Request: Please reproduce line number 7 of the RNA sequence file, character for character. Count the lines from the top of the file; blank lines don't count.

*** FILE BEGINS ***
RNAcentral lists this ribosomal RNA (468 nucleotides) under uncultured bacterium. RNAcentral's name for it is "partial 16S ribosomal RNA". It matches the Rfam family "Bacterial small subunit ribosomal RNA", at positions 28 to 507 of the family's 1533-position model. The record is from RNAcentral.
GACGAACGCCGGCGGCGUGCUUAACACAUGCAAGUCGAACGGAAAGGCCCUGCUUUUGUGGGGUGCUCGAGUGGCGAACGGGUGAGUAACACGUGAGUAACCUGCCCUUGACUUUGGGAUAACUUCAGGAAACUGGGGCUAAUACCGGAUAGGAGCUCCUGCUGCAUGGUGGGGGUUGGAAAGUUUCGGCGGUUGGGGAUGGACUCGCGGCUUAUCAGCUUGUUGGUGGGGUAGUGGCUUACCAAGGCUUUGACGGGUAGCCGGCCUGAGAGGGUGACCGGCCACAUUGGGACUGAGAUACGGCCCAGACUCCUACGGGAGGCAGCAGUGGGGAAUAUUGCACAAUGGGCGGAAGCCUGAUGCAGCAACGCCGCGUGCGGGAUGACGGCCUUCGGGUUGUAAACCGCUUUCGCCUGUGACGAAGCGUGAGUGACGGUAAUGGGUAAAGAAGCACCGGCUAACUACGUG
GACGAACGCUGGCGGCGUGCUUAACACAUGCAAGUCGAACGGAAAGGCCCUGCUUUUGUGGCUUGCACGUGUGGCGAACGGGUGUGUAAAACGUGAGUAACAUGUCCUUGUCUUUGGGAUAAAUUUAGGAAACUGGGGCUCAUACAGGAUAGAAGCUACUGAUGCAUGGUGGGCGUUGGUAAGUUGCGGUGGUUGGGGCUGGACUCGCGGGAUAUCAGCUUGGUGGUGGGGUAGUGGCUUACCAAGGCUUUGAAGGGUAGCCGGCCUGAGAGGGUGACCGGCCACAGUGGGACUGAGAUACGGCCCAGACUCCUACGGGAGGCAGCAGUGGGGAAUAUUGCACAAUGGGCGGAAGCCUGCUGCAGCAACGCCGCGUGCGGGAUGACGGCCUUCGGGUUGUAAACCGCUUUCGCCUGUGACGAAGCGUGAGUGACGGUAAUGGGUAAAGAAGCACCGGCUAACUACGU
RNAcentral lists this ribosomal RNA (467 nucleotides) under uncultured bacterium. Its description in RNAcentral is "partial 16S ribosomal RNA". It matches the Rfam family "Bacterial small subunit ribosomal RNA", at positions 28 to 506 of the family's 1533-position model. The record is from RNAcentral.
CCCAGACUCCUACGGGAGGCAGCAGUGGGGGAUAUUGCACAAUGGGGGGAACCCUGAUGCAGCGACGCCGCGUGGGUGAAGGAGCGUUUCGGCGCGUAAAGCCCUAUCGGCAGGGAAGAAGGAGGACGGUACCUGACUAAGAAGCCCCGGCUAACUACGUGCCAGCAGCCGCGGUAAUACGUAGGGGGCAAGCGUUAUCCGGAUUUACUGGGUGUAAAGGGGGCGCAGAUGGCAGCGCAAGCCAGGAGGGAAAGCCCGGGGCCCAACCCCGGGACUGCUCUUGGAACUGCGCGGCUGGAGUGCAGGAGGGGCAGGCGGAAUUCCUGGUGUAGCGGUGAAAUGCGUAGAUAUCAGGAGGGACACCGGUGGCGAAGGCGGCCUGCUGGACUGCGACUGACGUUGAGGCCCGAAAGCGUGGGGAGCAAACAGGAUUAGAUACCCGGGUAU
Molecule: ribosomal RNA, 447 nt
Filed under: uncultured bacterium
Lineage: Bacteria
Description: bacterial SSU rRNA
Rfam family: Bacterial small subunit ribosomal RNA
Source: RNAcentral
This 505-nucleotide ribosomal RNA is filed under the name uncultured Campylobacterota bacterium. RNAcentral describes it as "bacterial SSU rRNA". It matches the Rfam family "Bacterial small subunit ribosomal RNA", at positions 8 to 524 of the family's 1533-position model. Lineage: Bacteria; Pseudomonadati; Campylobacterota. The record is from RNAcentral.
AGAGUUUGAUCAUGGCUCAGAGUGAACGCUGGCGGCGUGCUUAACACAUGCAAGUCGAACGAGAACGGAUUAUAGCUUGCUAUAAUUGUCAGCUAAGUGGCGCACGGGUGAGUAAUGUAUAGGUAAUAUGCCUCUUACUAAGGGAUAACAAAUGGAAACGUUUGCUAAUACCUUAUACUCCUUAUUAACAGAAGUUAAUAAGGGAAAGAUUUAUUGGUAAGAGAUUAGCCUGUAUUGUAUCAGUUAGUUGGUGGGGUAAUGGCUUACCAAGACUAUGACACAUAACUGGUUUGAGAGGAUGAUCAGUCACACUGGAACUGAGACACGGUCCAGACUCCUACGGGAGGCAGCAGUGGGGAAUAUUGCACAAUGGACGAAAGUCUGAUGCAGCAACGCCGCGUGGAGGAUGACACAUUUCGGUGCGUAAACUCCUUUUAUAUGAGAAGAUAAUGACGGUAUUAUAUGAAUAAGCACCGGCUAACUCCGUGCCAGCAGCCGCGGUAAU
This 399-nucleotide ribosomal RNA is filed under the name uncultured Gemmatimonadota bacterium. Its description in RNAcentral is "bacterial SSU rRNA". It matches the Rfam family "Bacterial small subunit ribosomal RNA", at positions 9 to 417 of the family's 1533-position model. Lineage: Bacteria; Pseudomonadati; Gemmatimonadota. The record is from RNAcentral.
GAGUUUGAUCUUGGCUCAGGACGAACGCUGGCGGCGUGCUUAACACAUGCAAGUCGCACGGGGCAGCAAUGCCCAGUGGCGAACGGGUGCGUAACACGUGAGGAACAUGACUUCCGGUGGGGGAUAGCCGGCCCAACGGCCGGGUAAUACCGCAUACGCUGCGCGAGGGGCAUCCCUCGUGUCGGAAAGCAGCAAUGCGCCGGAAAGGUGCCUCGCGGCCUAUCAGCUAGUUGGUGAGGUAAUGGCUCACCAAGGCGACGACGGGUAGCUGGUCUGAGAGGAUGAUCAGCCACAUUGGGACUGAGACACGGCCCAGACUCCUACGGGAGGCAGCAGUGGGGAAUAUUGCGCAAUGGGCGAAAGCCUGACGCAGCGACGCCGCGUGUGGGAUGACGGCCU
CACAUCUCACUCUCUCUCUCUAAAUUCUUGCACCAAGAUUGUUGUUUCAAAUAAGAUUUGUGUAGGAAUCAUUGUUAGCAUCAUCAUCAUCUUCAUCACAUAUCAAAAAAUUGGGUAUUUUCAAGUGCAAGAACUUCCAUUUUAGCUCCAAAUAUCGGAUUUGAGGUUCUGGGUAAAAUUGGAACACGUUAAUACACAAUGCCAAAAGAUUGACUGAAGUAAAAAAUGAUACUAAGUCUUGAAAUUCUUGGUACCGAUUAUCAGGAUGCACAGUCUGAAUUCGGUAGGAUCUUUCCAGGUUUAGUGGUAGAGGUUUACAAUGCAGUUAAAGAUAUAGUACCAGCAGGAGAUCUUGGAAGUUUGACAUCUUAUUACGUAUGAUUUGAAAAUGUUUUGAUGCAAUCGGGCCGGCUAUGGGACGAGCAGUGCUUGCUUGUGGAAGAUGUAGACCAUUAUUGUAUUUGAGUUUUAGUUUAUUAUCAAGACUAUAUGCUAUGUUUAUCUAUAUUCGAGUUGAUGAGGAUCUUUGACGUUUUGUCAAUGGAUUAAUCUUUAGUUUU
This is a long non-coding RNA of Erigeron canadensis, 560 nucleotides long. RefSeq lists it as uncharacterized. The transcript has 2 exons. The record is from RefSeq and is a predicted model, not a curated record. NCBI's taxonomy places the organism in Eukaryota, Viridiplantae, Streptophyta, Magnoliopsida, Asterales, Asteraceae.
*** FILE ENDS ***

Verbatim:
Filed under: uncultured bacterium